Introduction to Distance Education: Formal Study of Distance Education

February 17, 2014

Dr. Fred Saba

Dr. Fred Saba

By: Dr. Farhad (Fred) Saba

With the advent of correspondence education, practice of  distance education traces back to the 1800s. However, its formal study is relatively new. At the outset, scholars in Australia, Canada, Germany, the United Kingdom, and the United States began publishing referred scholarly journal articles about the field starting in the 1980s. The first issue of journal Distance Education, the official journal of the Open and Distance Learning Association of Australia Inc. (ODLAA), appeared in 1980. But it was not until 1987 that The American Journal of Distance Education commenced publication.

Currently, lists sixty journals that are directly related to distance education or publish articles that are highly relevant to the field.

Although, since the 1980s, the literature of the field has grown tremendously the practice of distance education remains pragmatic and not generally informed by theory. In a decentralized field of practice it is perhaps not easy to infuse theory-based practice in the field. However, a new class of publications or journal articles are needed to bridge the gap between theory and practice.

Although since the 1980s the literature of the field has grown tremendously the practice of distance education remains pragmatic and not generally informed by theory

Pioneering scholars, such as, Desmond Keegan (Australia), Otto Peters (Germany), Borje Holmberg (Sweden), Charles Wedemeyer, and Michael G. Moore (The United States) Terry Anderson, and Randy Garrison (Canada) have made seminal contributions to a body of literature that constitute the core theories of distance education. Many other scholars have also contributed to the formal of study of the field. Their work is presented in on a daily basis.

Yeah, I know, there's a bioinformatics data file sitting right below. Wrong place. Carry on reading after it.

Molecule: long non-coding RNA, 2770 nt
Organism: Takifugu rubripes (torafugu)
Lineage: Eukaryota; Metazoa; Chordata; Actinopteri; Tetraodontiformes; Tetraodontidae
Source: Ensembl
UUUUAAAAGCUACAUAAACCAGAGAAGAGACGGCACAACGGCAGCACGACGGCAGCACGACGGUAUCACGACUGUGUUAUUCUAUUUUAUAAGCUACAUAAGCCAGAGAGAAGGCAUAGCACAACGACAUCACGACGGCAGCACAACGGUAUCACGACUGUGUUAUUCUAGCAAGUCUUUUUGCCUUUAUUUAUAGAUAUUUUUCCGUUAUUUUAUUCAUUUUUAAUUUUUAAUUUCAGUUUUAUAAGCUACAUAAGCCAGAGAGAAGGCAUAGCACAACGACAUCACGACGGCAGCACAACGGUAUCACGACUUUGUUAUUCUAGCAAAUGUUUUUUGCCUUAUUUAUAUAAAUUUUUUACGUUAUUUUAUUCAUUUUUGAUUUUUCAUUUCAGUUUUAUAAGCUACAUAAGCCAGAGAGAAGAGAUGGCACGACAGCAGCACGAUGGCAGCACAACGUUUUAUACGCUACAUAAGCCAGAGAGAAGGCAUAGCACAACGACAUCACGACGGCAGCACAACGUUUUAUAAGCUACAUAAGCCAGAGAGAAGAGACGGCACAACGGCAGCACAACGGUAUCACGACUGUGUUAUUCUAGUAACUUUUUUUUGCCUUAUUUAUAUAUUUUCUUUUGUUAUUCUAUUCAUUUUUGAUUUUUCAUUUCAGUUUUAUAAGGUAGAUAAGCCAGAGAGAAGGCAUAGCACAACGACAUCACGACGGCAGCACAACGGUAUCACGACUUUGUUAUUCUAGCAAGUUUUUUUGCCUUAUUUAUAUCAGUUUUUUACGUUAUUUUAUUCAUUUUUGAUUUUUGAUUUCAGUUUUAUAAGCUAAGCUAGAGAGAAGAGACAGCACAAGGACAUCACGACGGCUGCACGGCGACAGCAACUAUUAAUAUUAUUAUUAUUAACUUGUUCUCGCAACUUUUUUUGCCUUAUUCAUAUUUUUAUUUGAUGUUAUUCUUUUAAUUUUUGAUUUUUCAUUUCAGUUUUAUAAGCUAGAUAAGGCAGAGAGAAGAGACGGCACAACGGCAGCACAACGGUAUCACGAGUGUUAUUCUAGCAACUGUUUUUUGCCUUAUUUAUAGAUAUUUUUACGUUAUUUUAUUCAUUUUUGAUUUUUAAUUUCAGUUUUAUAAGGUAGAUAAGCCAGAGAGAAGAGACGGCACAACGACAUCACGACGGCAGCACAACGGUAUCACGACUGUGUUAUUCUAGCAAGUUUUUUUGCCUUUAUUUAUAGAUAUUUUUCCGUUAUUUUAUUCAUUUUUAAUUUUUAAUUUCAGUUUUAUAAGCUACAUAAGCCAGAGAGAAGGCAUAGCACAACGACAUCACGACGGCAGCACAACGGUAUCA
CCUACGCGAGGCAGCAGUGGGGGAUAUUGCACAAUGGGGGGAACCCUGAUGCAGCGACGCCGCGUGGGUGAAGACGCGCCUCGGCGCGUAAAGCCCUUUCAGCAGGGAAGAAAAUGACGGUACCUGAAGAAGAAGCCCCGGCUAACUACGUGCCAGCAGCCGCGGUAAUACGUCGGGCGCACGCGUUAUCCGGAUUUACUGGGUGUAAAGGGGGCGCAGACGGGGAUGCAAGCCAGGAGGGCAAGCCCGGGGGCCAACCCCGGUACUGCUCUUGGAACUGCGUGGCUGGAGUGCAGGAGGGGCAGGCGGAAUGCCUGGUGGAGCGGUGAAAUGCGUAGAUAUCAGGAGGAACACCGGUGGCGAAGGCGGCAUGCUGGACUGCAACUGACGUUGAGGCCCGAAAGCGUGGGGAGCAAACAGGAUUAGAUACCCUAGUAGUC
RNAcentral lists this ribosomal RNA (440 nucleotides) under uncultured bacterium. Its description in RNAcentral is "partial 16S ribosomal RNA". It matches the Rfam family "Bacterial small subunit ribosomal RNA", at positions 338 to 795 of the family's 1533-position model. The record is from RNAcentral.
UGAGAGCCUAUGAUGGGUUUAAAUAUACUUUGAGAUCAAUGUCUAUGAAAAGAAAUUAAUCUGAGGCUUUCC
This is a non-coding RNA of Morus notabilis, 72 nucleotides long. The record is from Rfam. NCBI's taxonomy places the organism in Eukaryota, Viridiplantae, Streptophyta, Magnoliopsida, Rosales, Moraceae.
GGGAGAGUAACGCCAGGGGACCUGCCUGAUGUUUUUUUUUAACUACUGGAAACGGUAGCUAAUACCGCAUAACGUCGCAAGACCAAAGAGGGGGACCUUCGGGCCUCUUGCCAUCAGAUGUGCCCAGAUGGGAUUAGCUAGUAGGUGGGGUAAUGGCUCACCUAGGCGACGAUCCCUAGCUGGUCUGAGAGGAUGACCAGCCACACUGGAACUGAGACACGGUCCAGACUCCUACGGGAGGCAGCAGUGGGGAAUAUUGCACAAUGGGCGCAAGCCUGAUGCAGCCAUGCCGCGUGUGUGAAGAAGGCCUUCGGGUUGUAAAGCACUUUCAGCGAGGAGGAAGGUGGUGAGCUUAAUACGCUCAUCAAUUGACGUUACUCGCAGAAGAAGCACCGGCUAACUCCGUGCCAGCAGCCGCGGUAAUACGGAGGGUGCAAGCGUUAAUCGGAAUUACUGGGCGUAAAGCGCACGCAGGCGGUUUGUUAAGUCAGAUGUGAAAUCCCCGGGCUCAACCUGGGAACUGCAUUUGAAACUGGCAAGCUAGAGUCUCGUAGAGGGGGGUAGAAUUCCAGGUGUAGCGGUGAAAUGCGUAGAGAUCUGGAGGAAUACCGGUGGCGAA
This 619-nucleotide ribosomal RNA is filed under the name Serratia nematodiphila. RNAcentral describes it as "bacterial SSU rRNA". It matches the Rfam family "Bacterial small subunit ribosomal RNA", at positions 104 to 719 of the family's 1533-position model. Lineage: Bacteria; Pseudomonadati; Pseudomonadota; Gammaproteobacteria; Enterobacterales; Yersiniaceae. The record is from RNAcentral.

Understandably, early theorists were concerned with differentiating distance education from other fields of study.

Desmond Keegan

Desmond Keegan

Keegan required five characteristics for distance education. Schlosser, and Simonson (2006) summarized them in the following:

  1. The quasi-permanent separation of teacher and learner throughout the length of the learning process (this distinguishes it from conventional face-to-face education).
  2. The influence of an educational organization both in the planning and preparation of learning materials and in the provision of student support services (this distinguishes it from private study and teach-yourself programs).
  3. The use of technical media—print, audio, video or computer—to unite teacher and learner and carry the content of the course.
  4. The provision of two-way communication so that the student may benefit from or even initiate dialogue (this distinguishes it from other uses of technology in education).
  5. The quasi-permanent absence of the learning group throughout the length of the learning process so that people are usually taught as individuals and not in groups, with the possibility of occasional meetings for both didactic and socialization purposes.


Schlosser, L. A., and Simonson, M. (2006). Distance Education: Definition and Glossary of Terms, 2nd Edition (Unpublished Manuscript), Nova Southeastern University.